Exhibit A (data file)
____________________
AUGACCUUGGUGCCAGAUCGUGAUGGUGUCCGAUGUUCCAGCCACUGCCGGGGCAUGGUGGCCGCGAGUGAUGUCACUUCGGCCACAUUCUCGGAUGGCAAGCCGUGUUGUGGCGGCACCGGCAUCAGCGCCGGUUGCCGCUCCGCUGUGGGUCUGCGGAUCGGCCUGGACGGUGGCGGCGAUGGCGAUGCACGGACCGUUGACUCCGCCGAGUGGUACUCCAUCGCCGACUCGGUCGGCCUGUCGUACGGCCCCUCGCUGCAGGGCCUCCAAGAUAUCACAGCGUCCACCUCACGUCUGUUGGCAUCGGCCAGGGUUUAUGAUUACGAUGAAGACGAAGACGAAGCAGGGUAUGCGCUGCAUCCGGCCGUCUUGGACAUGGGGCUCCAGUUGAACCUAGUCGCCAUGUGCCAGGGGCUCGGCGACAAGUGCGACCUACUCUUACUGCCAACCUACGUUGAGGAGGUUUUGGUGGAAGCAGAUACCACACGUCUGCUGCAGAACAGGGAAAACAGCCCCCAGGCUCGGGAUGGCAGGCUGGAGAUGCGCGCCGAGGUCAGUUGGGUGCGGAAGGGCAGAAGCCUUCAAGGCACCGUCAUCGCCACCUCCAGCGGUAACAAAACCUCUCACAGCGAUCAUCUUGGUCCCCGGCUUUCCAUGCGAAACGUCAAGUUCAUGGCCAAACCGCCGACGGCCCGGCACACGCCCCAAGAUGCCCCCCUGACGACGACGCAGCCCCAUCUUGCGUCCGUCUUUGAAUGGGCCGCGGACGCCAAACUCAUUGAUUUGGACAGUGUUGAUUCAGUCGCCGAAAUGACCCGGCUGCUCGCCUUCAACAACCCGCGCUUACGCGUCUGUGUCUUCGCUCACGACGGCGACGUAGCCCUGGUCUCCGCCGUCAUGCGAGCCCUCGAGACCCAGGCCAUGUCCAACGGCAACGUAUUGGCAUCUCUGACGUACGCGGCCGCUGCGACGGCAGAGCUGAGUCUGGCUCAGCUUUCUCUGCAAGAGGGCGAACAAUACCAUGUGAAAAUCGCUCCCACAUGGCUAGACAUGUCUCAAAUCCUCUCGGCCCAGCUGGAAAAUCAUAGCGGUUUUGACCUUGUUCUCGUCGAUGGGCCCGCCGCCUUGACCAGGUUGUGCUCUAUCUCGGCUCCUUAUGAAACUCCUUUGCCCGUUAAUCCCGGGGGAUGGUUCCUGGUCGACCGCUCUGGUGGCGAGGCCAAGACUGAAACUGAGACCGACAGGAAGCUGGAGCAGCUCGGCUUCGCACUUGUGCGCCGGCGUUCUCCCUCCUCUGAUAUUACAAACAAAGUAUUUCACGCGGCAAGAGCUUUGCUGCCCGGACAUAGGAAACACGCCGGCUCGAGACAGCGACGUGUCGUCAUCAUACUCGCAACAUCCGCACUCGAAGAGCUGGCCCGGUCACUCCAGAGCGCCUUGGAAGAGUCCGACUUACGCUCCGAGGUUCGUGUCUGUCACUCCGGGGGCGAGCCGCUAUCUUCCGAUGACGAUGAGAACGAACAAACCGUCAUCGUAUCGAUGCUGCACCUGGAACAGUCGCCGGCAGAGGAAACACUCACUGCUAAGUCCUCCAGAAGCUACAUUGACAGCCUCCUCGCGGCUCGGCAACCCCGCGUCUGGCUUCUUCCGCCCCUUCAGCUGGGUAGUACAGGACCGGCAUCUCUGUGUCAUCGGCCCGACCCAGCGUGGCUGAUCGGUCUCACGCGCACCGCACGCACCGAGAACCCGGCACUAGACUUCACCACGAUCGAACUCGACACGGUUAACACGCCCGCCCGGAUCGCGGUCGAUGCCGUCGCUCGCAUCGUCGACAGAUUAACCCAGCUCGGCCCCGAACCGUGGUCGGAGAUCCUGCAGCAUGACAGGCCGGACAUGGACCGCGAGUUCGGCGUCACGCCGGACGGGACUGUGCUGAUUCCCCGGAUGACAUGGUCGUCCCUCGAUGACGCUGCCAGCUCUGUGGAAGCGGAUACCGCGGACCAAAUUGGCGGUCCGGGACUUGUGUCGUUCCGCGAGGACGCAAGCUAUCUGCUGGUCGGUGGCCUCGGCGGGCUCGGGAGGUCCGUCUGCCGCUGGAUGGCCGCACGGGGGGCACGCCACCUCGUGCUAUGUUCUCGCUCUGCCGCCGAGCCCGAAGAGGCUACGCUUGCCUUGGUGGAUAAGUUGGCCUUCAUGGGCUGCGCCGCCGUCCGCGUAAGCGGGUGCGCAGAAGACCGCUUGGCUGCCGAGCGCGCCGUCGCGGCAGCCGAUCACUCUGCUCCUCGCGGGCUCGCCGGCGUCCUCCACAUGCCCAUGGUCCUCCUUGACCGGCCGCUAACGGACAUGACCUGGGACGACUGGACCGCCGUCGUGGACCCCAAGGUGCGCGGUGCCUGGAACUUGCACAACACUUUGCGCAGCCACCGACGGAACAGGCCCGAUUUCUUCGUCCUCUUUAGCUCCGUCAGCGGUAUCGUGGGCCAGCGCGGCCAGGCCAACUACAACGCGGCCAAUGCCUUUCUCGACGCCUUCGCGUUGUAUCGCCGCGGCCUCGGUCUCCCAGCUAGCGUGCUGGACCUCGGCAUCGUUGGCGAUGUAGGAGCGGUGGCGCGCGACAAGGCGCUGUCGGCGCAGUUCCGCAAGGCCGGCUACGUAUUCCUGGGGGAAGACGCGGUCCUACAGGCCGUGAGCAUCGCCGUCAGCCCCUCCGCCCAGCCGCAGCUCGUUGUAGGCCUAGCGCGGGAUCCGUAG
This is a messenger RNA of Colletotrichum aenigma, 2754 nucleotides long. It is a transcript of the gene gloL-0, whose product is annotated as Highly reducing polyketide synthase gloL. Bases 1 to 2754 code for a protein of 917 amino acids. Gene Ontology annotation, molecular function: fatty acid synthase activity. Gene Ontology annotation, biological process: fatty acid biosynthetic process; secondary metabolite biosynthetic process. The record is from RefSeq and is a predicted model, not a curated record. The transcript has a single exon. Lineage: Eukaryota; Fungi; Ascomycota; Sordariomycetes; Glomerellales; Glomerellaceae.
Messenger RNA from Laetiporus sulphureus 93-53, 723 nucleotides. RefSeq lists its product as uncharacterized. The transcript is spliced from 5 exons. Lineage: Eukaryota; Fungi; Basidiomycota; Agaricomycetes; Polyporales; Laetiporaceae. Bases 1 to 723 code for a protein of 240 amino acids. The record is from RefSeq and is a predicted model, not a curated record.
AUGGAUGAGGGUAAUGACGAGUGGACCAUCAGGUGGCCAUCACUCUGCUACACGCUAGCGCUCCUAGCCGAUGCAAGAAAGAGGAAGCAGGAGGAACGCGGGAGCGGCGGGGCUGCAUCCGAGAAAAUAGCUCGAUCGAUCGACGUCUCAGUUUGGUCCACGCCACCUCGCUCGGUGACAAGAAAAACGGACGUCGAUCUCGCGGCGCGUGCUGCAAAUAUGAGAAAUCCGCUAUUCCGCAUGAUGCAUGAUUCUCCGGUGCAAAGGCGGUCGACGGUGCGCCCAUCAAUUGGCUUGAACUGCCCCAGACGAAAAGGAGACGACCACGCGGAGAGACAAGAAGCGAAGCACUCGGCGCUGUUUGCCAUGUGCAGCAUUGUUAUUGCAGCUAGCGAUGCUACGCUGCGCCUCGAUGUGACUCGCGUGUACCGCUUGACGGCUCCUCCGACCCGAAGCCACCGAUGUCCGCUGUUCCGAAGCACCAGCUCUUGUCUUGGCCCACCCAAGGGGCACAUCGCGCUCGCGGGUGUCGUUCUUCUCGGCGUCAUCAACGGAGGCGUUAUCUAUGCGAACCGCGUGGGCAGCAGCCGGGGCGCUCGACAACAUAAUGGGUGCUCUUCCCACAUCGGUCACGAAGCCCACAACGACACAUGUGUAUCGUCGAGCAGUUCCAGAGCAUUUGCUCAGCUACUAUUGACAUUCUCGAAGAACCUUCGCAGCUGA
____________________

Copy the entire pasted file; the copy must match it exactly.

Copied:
AUGACCUUGGUGCCAGAUCGUGAUGGUGUCCGAUGUUCCAGCCACUGCCGGGGCAUGGUGGCCGCGAGUGAUGUCACUUCGGCCACAUUCUCGGAUGGCAAGCCGUGUUGUGGCGGCACCGGCAUCAGCGCCGGUUGCCGCUCCGCUGUGGGUCUGCGGAUCGGCCUGGACGGUGGCGGCGAUGGCGAUGCACGGACCGUUGACUCCGCCGAGUGGUACUCCAUCGCCGACUCGGUCGGCCUGUCGUACGGCCCCUCGCUGCAGGGCCUCCAAGAUAUCACAGCGUCCACCUCACGUCUGUUGGCAUCGGCCAGGGUUUAUGAUUACGAUGAAGACGAAGACGAAGCAGGGUAUGCGCUGCAUCCGGCCGUCUUGGACAUGGGGCUCCAGUUGAACCUAGUCGCCAUGUGCCAGGGGCUCGGCGACAAGUGCGACCUACUCUUACUGCCAACCUACGUUGAGGAGGUUUUGGUGGAAGCAGAUACCACACGUCUGCUGCAGAACAGGGAAAACAGCCCCCAGGCUCGGGAUGGCAGGCUGGAGAUGCGCGCCGAGGUCAGUUGGGUGCGGAAGGGCAGAAGCCUUCAAGGCACCGUCAUCGCCACCUCCAGCGGUAACAAAACCUCUCACAGCGAUCAUCUUGGUCCCCGGCUUUCCAUGCGAAACGUCAAGUUCAUGGCCAAACCGCCGACGGCCCGGCACACGCCCCAAGAUGCCCCCCUGACGACGACGCAGCCCCAUCUUGCGUCCGUCUUUGAAUGGGCCGCGGACGCCAAACUCAUUGAUUUGGACAGUGUUGAUUCAGUCGCCGAAAUGACCCGGCUGCUCGCCUUCAACAACCCGCGCUUACGCGUCUGUGUCUUCGCUCACGACGGCGACGUAGCCCUGGUCUCCGCCGUCAUGCGAGCCCUCGAGACCCAGGCCAUGUCCAACGGCAACGUAUUGGCAUCUCUGACGUACGCGGCCGCUGCGACGGCAGAGCUGAGUCUGGCUCAGCUUUCUCUGCAAGAGGGCGAACAAUACCAUGUGAAAAUCGCUCCCACAUGGCUAGACAUGUCUCAAAUCCUCUCGGCCCAGCUGGAAAAUCAUAGCGGUUUUGACCUUGUUCUCGUCGAUGGGCCCGCCGCCUUGACCAGGUUGUGCUCUAUCUCGGCUCCUUAUGAAACUCCUUUGCCCGUUAAUCCCGGGGGAUGGUUCCUGGUCGACCGCUCUGGUGGCGAGGCCAAGACUGAAACUGAGACCGACAGGAAGCUGGAGCAGCUCGGCUUCGCACUUGUGCGCCGGCGUUCUCCCUCCUCUGAUAUUACAAACAAAGUAUUUCACGCGGCAAGAGCUUUGCUGCCCGGACAUAGGAAACACGCCGGCUCGAGACAGCGACGUGUCGUCAUCAUACUCGCAACAUCCGCACUCGAAGAGCUGGCCCGGUCACUCCAGAGCGCCUUGGAAGAGUCCGACUUACGCUCCGAGGUUCGUGUCUGUCACUCCGGGGGCGAGCCGCUAUCUUCCGAUGACGAUGAGAACGAACAAACCGUCAUCGUAUCGAUGCUGCACCUGGAACAGUCGCCGGCAGAGGAAACACUCACUGCUAAGUCCUCCAGAAGCUACAUUGACAGCCUCCUCGCGGCUCGGCAACCCCGCGUCUGGCUUCUUCCGCCCCUUCAGCUGGGUAGUACAGGACCGGCAUCUCUGUGUCAUCGGCCCGACCCAGCGUGGCUGAUCGGUCUCACGCGCACCGCACGCACCGAGAACCCGGCACUAGACUUCACCACGAUCGAACUCGACACGGUUAACACGCCCGCCCGGAUCGCGGUCGAUGCCGUCGCUCGCAUCGUCGACAGAUUAACCCAGCUCGGCCCCGAACCGUGGUCGGAGAUCCUGCAGCAUGACAGGCCGGACAUGGACCGCGAGUUCGGCGUCACGCCGGACGGGACUGUGCUGAUUCCCCGGAUGACAUGGUCGUCCCUCGAUGACGCUGCCAGCUCUGUGGAAGCGGAUACCGCGGACCAAAUUGGCGGUCCGGGACUUGUGUCGUUCCGCGAGGACGCAAGCUAUCUGCUGGUCGGUGGCCUCGGCGGGCUCGGGAGGUCCGUCUGCCGCUGGAUGGCCGCACGGGGGGCACGCCACCUCGUGCUAUGUUCUCGCUCUGCCGCCGAGCCCGAAGAGGCUACGCUUGCCUUGGUGGAUAAGUUGGCCUUCAUGGGCUGCGCCGCCGUCCGCGUAAGCGGGUGCGCAGAAGACCGCUUGGCUGCCGAGCGCGCCGUCGCGGCAGCCGAUCACUCUGCUCCUCGCGGGCUCGCCGGCGUCCUCCACAUGCCCAUGGUCCUCCUUGACCGGCCGCUAACGGACAUGACCUGGGACGACUGGACCGCCGUCGUGGACCCCAAGGUGCGCGGUGCCUGGAACUUGCACAACACUUUGCGCAGCCACCGACGGAACAGGCCCGAUUUCUUCGUCCUCUUUAGCUCCGUCAGCGGUAUCGUGGGCCAGCGCGGCCAGGCCAACUACAACGCGGCCAAUGCCUUUCUCGACGCCUUCGCGUUGUAUCGCCGCGGCCUCGGUCUCCCAGCUAGCGUGCUGGACCUCGGCAUCGUUGGCGAUGUAGGAGCGGUGGCGCGCGACAAGGCGCUGUCGGCGCAGUUCCGCAAGGCCGGCUACGUAUUCCUGGGGGAAGACGCGGUCCUACAGGCCGUGAGCAUCGCCGUCAGCCCCUCCGCCCAGCCGCAGCUCGUUGUAGGCCUAGCGCGGGAUCCGUAG
This is a messenger RNA of Colletotrichum aenigma, 2754 nucleotides long. It is a transcript of the gene gloL-0, whose product is annotated as Highly reducing polyketide synthase gloL. Bases 1 to 2754 code for a protein of 917 amino acids. Gene Ontology annotation, molecular function: fatty acid synthase activity. Gene Ontology annotation, biological process: fatty acid biosynthetic process; secondary metabolite biosynthetic process. The record is from RefSeq and is a predicted model, not a curated record. The transcript has a single exon. Lineage: Eukaryota; Fungi; Ascomycota; Sordariomycetes; Glomerellales; Glomerellaceae.
Messenger RNA from Laetiporus sulphureus 93-53, 723 nucleotides. RefSeq lists its product as uncharacterized. The transcript is spliced from 5 exons. Lineage: Eukaryota; Fungi; Basidiomycota; Agaricomycetes; Polyporales; Laetiporaceae. Bases 1 to 723 code for a protein of 240 amino acids. The record is from RefSeq and is a predicted model, not a curated record.
AUGGAUGAGGGUAAUGACGAGUGGACCAUCAGGUGGCCAUCACUCUGCUACACGCUAGCGCUCCUAGCCGAUGCAAGAAAGAGGAAGCAGGAGGAACGCGGGAGCGGCGGGGCUGCAUCCGAGAAAAUAGCUCGAUCGAUCGACGUCUCAGUUUGGUCCACGCCACCUCGCUCGGUGACAAGAAAAACGGACGUCGAUCUCGCGGCGCGUGCUGCAAAUAUGAGAAAUCCGCUAUUCCGCAUGAUGCAUGAUUCUCCGGUGCAAAGGCGGUCGACGGUGCGCCCAUCAAUUGGCUUGAACUGCCCCAGACGAAAAGGAGACGACCACGCGGAGAGACAAGAAGCGAAGCACUCGGCGCUGUUUGCCAUGUGCAGCAUUGUUAUUGCAGCUAGCGAUGCUACGCUGCGCCUCGAUGUGACUCGCGUGUACCGCUUGACGGCUCCUCCGACCCGAAGCCACCGAUGUCCGCUGUUCCGAAGCACCAGCUCUUGUCUUGGCCCACCCAAGGGGCACAUCGCGCUCGCGGGUGUCGUUCUUCUCGGCGUCAUCAACGGAGGCGUUAUCUAUGCGAACCGCGUGGGCAGCAGCCGGGGCGCUCGACAACAUAAUGGGUGCUCUUCCCACAUCGGUCACGAAGCCCACAACGACACAUGUGUAUCGUCGAGCAGUUCCAGAGCAUUUGCUCAGCUACUAUUGACAUUCUCGAAGAACCUUCGCAGCUGA